Leading article: Egypt's army must begin to honour its promises

The violence against the Coptic Christian minority is part of wider instabilities


The resignation of Egypt's Finance Minister yesterday, in protest at the killing of 25 people by the army, has raised the temperature in an already overheated situation. That the largely peaceful revolution which overthrew President Hosni Mubarak – and proved such a defining moment in the Arab Spring – is in danger of descending into chaos and violence is a matter of grave concern.

The Egyptian army, which stepped in to take charge with popular support, is at the centre of the growing crisis. Sectarian tensions are rising; strikes for higher salaries have become common among public sector workers; unemployment, poverty and inflation are high and economic growth low. In a country where more than 20 per cent of the population live below the poverty line – and the very poorest rely on groups like the Muslim Brotherhood for their basic needs – the potential for trouble is growing rather than receding.

The violence against Egypt's Coptic Christian minority is in part a symptom of the wider instability. They stand to lose more than any other group in a country whose future could be anything from a liberal democracy to an Islamic republic, but where a drifting continuation of military rule looks increasingly likely.

Those killed this week were Christian demonstrators who were protesting against the burning of a church in southern Egypt. Low-level discrimination against the Copts has been common for decades but the Islamist revival in recent times has heightened tensions. Still, they were to some extent protected under the Mubarak regime, which made gestures of support to the community. It was part of Mubarak's approach to keep order using divide-and-rule tactics plus a heavy-handed security machine.

The fear is that now the oppression is lifted, inter-community violence might increase, as it did in post-Tito Yugoslavia. After the fall of Mubarak, anti-Coptic riots of growing violence broke out in various cities, and the army appeared to tolerate them. More recently, troops have looked on as churches were burned. Now the army-controlled media has been encouraging Islamist radicals to take the law into their own hands against the "Christian mob".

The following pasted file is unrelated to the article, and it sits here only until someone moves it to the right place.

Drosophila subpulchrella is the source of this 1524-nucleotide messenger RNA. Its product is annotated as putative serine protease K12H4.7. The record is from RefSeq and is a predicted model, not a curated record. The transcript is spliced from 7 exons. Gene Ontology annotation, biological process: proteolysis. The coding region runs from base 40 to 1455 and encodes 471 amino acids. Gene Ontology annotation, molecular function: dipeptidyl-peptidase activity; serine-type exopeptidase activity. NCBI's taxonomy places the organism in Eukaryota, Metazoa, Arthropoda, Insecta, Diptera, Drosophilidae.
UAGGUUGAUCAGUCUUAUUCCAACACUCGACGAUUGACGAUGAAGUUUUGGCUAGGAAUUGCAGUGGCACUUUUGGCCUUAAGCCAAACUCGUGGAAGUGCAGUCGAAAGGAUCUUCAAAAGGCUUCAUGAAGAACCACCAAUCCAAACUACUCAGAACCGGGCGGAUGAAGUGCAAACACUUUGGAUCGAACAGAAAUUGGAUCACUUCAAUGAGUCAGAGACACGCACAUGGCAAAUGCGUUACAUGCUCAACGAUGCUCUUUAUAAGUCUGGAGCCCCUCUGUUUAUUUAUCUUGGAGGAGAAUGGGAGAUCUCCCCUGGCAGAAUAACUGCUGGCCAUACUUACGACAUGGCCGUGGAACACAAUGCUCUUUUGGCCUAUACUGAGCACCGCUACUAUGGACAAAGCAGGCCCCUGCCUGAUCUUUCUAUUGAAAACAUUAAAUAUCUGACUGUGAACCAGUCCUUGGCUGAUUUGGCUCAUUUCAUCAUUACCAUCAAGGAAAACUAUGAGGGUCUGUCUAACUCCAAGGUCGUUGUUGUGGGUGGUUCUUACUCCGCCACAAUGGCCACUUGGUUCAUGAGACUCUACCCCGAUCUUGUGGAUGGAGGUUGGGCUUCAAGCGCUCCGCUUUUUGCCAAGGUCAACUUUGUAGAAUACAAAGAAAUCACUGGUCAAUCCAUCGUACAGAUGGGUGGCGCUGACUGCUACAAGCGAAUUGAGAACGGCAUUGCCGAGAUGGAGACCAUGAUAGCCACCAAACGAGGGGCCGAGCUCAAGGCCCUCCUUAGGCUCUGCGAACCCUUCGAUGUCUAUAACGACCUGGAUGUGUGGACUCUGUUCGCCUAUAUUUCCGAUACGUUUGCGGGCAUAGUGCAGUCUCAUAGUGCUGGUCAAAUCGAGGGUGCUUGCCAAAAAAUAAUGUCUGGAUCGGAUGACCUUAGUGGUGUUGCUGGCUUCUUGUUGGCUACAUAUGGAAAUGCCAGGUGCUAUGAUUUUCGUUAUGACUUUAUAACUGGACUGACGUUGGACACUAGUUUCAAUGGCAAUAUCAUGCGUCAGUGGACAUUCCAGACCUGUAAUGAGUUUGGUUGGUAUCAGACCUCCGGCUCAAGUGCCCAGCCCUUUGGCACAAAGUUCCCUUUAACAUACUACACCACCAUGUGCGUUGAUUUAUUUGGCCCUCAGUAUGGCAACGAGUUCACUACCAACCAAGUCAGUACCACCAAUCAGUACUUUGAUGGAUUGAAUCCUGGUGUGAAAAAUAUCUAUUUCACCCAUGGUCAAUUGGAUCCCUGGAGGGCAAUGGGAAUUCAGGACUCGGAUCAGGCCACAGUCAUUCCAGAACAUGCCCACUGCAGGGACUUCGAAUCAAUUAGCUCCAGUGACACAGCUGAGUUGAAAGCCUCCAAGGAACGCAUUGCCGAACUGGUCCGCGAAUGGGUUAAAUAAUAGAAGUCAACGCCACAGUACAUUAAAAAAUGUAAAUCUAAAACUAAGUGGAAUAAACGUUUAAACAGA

But that is only part of the worry about the situation in Egypt. Senior army officers have repeatedly said they wish to hand power over to civilians as soon as possible. But the timetable keeps being extended. And they are now talking of staying in office for at least a year, possibly even longer. Foreign investors were already becoming concerned by erratic economic decisions. Now a peaceful demonstration demanding justice has been crushed, leaving some protesters dead and 500 more injured.

The omens are not good. The Copts constitute up to 15 per cent of the population, but they are far better educated than the majority Muslim population. Many are fleeing the country. Some reports suggest 60,000 may have gone since Mubarak fell. Egypt as a whole will suffer if it follows the Iraqi example, where more than half of the Christian population – some 400,000 people – have been driven out in fear of Islamist pogroms.

Egypt should be a model for the right kind of change in the Arab world. That may still be possible. Political groups have come together recently and demanded that the military institute a representative civil government, ending emergency laws and the trial of civilians in military courts. They have presented four possible routes to civilian rule by the middle of next year. Egypt's top brass must now follow one of them, simplify the complex voting procedures and speed up the process of electing a president. Democracy is a delicate bloom. It will not be nurtured without the co-operation and collective efforts of all parts of Egyptian society. The process must begin soon.

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